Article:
Direct Methods in the Calculus of Variations pp 97-195 | Cite as

# The Vectorial Case

Chapter

## Abstract

We now turn our attention to the vectorial case. Recall that
and

$$
I(u){\mkern 1mu} = {\mkern 1mu} \int\limits_\Omega {f(x,{\mkern 1mu} u(x),{\mkern 1mu} \nabla u(x)){\mkern 1mu} dx}$$

(1)

*u*: Ω ⊂ ℝ^{n}→ ℝ^{m}(thus ▽*u*∈ ℝ^{nm}),with*n*,*m*> 1. While the convexity of*f*with respect to the last variable ▽*u*is playing the central role in the scalar case (*m*= 1 or*n*= 1), cf. Chapter 3., and is still sufficient, in the vectorial case, to ensure weak lower semicontinuity of*I*in W^{1,p}(Ω, ℝ^{m}), it is far from being a necessary condition. Such a condition is the so-called*quasiconvexity*introduced by Morrey. However it is hard to verify, in practice, if a given function*f*is quasiconvex, since it is not pointwise condition. Therefore one is lead to introduce a slightly weaker condition known as*rank one convexity*and a stronger condition, introduced by Ball, called*polyconvexity*. One can relate all these definitions through the following diagram (Fig. 4.1).## Keywords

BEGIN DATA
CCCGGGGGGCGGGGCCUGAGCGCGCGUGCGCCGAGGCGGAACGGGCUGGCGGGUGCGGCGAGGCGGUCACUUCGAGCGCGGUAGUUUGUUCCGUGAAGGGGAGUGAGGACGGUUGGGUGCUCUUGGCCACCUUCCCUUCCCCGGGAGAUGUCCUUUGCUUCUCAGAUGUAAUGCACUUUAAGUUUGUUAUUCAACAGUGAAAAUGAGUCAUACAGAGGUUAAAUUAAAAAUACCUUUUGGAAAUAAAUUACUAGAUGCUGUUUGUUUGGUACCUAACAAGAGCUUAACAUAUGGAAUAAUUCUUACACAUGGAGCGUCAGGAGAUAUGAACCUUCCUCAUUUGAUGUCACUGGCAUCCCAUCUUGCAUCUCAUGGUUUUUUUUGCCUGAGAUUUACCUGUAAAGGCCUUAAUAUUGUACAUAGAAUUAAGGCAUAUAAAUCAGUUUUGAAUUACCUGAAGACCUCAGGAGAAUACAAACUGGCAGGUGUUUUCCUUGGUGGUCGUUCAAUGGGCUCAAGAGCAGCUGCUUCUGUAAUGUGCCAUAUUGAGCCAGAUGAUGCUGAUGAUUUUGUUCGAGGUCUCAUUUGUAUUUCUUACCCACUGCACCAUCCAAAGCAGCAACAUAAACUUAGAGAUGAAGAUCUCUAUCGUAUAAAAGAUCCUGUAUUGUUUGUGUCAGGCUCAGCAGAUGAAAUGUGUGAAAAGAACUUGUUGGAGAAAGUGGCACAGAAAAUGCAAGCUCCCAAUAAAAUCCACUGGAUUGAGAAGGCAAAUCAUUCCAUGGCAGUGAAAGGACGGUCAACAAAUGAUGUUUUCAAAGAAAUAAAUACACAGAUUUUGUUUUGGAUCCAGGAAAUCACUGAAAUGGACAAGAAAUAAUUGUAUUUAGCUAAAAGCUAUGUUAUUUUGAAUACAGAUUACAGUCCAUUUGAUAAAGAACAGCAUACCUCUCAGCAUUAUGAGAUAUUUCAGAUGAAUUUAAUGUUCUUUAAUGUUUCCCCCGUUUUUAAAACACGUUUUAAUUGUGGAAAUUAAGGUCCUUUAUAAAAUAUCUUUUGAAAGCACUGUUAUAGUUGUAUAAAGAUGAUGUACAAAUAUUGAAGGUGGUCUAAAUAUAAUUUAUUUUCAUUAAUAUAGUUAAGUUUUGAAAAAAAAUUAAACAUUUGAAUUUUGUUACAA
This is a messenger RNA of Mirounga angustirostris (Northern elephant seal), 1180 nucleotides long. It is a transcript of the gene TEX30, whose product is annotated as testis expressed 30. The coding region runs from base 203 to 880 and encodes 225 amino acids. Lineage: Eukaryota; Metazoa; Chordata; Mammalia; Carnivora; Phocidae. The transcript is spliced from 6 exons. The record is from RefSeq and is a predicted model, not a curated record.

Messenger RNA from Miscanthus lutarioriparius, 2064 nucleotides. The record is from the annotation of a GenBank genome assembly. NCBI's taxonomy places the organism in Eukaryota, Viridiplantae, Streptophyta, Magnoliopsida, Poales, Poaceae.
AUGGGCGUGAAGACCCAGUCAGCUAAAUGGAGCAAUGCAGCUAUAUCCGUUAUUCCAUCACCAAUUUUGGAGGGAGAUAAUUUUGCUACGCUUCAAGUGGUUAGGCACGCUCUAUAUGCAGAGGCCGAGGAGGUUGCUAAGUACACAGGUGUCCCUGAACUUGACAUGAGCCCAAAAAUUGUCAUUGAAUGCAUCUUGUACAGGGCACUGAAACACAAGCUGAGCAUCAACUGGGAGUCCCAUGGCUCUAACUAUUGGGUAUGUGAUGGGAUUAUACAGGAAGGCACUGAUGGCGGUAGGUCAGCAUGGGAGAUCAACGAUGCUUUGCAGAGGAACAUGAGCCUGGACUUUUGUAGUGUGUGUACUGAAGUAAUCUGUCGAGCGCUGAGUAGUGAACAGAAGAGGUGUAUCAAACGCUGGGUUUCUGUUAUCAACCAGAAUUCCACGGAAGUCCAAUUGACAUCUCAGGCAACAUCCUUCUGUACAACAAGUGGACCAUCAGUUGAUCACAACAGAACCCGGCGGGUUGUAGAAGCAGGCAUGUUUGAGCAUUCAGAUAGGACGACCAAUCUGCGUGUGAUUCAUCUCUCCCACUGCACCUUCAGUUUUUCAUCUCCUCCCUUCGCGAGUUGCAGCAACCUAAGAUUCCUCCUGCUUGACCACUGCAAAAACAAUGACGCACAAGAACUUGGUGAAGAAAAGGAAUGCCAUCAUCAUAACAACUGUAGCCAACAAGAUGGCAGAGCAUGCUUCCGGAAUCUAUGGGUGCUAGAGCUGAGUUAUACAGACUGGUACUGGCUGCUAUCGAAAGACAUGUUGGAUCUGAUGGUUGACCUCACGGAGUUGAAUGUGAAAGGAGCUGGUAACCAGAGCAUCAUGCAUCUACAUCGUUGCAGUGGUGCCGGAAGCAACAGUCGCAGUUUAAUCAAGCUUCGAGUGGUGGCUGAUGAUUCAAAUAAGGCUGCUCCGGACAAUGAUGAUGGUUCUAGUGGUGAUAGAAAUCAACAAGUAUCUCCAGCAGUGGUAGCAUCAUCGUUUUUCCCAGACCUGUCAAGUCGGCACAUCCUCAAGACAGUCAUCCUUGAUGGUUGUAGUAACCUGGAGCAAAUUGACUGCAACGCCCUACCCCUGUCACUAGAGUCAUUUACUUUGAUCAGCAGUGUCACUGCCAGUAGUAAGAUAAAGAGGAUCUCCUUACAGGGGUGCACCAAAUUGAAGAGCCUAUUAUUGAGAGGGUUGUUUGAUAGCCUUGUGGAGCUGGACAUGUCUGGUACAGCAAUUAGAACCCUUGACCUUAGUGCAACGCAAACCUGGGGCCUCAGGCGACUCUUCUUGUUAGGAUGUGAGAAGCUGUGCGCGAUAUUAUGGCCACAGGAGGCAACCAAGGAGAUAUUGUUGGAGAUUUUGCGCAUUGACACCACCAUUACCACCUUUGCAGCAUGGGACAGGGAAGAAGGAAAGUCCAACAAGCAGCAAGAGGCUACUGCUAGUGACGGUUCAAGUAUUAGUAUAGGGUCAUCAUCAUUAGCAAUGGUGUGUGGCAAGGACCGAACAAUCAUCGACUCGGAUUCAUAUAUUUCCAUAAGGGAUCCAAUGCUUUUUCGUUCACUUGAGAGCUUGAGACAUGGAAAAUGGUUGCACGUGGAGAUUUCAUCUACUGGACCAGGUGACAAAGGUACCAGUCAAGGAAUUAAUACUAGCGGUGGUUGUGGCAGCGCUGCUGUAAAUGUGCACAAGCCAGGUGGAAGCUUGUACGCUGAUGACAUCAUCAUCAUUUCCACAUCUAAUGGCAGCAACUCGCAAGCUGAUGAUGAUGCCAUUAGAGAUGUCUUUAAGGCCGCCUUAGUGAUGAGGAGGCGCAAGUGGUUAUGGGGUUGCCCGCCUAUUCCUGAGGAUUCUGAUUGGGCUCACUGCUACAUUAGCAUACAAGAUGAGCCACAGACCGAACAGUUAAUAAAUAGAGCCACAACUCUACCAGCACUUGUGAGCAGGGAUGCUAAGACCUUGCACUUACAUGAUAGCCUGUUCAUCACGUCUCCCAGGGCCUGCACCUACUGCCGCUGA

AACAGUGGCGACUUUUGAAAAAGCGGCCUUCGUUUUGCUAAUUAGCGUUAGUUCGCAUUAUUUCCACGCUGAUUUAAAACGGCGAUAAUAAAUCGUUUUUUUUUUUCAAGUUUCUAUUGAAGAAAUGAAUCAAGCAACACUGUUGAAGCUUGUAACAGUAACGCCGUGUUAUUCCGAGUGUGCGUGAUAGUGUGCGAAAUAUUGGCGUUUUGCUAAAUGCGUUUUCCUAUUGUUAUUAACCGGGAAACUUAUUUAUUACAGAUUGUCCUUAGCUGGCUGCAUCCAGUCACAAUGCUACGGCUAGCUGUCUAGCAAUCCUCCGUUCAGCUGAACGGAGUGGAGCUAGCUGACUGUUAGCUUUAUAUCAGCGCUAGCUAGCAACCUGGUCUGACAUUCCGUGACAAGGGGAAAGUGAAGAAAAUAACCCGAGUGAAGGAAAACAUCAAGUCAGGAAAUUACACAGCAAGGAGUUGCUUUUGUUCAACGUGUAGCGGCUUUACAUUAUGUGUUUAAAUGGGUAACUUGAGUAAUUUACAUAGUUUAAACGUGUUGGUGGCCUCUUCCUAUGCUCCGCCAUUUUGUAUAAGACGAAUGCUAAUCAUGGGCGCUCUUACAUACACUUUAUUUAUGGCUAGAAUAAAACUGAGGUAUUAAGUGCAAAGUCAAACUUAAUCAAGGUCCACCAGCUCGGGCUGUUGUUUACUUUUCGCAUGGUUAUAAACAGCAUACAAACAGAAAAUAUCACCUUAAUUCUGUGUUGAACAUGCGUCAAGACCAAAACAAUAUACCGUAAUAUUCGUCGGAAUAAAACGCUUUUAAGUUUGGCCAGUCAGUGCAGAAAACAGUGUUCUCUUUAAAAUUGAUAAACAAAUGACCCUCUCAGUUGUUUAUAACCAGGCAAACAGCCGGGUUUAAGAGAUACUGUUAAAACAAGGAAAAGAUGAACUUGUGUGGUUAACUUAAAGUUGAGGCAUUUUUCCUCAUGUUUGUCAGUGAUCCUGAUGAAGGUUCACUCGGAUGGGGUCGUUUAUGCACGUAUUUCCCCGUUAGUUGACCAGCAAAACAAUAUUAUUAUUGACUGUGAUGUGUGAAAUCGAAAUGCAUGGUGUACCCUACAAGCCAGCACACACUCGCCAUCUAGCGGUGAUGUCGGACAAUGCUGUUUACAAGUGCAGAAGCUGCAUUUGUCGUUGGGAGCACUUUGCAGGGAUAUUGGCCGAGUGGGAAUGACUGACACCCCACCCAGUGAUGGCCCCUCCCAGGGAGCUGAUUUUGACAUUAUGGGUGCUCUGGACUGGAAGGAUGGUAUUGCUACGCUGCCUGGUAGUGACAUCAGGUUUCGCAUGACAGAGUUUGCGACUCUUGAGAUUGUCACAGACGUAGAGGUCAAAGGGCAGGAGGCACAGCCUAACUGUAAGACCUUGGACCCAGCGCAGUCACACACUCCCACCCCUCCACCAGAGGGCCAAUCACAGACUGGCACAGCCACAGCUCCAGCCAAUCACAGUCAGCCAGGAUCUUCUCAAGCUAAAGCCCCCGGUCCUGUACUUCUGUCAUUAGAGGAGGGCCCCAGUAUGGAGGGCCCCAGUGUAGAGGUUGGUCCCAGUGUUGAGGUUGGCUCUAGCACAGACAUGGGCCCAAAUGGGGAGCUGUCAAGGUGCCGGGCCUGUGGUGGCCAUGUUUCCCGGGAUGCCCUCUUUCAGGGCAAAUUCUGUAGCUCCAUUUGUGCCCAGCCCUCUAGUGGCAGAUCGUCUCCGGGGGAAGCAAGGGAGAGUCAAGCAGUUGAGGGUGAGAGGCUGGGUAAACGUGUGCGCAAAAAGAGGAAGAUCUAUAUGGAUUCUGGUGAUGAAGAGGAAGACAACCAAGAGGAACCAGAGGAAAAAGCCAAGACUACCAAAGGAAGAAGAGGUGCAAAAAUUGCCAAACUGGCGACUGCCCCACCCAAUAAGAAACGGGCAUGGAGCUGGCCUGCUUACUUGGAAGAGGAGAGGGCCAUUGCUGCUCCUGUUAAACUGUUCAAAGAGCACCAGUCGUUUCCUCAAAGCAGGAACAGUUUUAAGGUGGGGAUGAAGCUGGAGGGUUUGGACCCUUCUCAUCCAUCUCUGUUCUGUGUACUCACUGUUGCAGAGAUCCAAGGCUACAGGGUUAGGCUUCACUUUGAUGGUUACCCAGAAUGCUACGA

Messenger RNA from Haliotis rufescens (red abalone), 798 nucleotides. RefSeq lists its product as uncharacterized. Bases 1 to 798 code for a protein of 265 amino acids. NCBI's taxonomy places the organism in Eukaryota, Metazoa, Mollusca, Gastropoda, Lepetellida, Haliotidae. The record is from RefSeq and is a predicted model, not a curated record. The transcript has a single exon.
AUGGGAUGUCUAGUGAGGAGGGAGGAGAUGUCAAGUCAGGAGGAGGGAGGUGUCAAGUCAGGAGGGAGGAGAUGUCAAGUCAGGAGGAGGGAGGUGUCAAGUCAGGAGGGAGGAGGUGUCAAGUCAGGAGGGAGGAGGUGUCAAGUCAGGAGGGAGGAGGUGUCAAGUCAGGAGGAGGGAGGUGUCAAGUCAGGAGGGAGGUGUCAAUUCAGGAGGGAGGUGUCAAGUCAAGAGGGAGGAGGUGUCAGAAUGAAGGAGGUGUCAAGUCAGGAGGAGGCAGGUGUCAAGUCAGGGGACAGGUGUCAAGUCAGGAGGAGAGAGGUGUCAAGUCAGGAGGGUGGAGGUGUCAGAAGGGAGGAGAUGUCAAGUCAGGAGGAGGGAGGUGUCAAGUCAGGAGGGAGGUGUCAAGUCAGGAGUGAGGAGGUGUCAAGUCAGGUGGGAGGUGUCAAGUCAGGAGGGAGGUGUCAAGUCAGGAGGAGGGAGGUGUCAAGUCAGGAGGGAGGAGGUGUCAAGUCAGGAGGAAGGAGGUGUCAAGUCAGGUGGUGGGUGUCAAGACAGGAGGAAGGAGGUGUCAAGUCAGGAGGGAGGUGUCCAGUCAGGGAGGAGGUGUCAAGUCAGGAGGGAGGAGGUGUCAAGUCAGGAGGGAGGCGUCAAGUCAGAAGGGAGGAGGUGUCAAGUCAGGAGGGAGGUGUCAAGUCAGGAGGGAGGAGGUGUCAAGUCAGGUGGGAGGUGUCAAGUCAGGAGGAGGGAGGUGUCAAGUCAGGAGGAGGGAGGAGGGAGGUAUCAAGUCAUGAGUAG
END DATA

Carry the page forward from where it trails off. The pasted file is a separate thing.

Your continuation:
Existence Theorem Elementary Property Scalar Case Coercivity Condition Weak Continuity
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© Springer-Verlag Berlin Heidelberg 1989